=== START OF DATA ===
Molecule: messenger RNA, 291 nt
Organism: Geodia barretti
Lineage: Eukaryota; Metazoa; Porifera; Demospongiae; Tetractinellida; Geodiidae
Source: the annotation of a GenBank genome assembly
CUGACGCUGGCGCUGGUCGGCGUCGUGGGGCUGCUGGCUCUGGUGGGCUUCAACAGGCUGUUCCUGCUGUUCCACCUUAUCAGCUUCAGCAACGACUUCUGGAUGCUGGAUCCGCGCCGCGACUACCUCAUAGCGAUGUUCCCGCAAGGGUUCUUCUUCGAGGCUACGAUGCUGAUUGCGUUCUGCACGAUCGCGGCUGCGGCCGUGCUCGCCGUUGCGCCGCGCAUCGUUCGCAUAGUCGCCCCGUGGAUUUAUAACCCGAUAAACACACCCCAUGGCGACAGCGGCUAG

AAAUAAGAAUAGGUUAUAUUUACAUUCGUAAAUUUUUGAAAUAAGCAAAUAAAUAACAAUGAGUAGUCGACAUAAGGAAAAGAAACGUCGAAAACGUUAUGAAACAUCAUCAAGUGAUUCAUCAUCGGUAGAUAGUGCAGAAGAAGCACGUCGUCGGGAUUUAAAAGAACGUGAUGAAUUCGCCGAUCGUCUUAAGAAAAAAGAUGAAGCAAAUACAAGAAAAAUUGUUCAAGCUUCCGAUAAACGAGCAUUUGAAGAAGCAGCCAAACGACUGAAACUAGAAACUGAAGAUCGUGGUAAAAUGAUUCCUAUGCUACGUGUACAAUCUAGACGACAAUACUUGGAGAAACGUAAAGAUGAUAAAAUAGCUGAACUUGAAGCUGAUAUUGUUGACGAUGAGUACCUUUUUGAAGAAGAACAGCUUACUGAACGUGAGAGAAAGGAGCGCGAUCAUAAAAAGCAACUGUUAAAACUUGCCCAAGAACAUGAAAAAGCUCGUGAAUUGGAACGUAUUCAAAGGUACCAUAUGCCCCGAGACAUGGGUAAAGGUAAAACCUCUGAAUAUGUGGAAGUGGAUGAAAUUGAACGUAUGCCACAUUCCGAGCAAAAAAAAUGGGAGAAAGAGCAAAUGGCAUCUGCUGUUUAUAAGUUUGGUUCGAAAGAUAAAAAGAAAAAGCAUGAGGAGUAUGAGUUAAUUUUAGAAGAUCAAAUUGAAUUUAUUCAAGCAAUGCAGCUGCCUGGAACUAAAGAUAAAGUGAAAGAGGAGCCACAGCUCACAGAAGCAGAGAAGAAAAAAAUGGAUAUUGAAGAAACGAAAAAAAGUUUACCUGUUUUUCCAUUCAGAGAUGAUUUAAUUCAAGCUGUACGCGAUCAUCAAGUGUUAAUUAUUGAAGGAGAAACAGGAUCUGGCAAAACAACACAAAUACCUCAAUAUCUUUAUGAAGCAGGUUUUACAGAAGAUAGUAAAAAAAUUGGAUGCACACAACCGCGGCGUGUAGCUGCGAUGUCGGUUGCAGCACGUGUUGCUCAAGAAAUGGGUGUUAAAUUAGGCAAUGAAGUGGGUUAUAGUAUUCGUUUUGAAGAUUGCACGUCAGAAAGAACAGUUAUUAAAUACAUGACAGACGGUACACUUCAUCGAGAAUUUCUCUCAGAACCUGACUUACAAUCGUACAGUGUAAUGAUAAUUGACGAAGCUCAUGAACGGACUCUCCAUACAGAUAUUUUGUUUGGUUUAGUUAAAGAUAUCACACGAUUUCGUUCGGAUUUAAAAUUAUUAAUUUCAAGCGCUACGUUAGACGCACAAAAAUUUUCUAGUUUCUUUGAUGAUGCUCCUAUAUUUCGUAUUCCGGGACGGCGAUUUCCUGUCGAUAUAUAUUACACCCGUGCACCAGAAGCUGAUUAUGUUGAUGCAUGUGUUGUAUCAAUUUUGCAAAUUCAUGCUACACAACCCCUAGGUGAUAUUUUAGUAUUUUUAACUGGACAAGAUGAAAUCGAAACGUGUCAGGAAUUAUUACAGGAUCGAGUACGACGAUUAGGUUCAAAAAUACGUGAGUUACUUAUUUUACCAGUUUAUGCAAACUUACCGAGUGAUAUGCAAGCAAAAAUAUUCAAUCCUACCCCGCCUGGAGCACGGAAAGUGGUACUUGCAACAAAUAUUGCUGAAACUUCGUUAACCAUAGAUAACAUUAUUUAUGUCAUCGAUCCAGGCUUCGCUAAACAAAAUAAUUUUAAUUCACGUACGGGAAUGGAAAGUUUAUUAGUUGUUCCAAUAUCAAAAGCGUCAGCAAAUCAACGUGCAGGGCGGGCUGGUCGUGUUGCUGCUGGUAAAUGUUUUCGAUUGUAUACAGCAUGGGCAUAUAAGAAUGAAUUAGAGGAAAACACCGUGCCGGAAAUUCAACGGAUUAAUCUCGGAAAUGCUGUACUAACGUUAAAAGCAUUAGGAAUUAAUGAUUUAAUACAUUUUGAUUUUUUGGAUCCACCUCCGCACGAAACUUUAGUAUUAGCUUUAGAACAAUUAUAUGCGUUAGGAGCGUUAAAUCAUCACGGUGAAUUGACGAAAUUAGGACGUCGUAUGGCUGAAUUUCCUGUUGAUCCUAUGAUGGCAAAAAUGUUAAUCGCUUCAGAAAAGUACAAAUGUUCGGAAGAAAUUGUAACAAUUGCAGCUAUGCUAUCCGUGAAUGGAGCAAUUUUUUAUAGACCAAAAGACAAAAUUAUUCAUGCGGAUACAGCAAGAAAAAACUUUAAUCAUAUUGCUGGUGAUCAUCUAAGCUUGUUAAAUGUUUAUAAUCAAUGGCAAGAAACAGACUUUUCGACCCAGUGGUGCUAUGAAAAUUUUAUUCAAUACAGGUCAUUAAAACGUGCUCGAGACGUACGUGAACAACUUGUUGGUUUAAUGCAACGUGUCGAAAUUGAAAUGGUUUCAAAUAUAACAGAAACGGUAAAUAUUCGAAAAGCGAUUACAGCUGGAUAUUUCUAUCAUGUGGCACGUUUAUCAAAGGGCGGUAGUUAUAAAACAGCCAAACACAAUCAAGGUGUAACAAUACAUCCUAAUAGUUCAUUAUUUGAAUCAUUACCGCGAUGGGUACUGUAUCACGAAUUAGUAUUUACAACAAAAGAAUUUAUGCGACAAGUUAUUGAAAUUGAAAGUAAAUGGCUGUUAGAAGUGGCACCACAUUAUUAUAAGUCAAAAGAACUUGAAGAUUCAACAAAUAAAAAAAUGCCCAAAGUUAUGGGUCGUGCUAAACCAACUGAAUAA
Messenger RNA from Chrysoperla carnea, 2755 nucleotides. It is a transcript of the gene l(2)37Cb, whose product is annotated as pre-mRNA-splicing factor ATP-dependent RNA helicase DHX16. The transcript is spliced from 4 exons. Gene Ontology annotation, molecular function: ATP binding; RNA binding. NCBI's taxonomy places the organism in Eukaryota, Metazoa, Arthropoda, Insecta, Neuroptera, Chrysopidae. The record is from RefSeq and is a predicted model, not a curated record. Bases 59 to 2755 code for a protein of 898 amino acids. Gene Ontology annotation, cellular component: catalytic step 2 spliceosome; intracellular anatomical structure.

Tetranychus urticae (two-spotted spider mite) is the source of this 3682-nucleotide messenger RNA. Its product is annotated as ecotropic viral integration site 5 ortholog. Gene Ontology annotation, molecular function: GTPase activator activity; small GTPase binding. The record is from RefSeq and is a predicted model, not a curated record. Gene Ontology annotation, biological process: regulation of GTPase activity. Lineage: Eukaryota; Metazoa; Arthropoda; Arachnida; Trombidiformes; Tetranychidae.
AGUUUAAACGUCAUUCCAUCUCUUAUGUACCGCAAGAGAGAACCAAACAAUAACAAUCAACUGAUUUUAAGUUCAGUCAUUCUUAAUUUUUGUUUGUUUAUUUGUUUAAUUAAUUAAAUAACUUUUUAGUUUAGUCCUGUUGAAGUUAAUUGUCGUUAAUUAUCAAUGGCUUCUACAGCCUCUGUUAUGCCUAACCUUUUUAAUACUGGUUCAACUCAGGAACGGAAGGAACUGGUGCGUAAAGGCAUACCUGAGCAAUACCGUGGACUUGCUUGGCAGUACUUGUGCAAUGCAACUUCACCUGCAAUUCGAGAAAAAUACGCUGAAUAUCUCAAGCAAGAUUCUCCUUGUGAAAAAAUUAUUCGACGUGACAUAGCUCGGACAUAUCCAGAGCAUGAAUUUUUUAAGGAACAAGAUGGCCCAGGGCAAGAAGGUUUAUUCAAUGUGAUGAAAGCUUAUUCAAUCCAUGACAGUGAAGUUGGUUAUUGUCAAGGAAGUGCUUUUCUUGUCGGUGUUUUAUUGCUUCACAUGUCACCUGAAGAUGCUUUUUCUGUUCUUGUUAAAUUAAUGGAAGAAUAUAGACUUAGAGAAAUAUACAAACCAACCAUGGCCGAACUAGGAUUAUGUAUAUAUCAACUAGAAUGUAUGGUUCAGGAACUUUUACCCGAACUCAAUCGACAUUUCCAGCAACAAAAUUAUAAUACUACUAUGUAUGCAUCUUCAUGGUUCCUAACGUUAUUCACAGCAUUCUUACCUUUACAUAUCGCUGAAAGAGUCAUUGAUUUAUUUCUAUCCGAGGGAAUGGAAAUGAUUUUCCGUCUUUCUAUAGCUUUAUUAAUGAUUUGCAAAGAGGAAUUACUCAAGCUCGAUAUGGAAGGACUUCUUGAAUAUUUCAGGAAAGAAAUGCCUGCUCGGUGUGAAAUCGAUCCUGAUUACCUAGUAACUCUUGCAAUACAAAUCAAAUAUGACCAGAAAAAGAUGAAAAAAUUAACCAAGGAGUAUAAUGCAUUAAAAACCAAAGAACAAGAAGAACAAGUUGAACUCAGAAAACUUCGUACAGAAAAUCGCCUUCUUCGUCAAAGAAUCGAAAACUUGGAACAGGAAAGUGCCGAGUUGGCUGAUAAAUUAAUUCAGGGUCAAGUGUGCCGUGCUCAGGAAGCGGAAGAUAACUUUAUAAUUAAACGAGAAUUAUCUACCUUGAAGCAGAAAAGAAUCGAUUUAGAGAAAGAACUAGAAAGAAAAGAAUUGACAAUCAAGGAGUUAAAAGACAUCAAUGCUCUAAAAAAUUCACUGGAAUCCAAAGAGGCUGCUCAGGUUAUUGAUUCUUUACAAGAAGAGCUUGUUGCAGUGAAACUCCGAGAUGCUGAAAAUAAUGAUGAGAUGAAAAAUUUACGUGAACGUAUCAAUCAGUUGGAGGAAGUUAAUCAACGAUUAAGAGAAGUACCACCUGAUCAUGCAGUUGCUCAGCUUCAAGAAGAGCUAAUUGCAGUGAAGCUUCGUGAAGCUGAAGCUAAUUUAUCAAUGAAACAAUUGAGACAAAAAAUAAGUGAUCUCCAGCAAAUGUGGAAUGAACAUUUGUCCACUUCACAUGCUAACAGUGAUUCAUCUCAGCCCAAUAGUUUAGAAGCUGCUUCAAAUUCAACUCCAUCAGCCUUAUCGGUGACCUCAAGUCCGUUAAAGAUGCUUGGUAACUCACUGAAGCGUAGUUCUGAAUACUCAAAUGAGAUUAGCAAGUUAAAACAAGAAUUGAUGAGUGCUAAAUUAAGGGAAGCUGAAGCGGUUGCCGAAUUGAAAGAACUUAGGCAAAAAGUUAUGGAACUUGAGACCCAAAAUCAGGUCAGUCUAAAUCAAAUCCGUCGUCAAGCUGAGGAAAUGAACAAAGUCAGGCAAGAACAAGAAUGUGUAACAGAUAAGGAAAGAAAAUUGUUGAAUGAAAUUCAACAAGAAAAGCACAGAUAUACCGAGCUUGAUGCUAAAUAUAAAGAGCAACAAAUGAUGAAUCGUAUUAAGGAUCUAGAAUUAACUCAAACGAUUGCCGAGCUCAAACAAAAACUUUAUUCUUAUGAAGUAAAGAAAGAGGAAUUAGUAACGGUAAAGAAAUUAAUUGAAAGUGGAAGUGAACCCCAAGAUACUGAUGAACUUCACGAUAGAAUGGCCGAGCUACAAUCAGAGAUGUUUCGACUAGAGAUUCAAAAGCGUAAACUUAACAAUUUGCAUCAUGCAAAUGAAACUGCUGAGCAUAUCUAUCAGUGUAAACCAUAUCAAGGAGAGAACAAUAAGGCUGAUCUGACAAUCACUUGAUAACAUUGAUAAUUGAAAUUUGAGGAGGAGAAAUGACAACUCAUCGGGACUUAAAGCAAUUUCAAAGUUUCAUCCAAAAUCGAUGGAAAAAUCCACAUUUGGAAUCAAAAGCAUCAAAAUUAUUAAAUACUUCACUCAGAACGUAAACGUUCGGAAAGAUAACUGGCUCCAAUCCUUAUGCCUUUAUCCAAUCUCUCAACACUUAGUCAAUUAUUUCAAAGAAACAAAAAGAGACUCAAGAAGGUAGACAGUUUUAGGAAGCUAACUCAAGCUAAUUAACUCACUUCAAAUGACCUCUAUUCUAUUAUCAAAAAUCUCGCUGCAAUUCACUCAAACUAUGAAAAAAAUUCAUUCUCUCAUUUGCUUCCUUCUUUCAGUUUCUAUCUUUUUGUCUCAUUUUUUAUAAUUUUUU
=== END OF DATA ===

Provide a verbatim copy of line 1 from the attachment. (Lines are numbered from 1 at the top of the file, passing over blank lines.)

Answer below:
Molecule: messenger RNA, 291 nt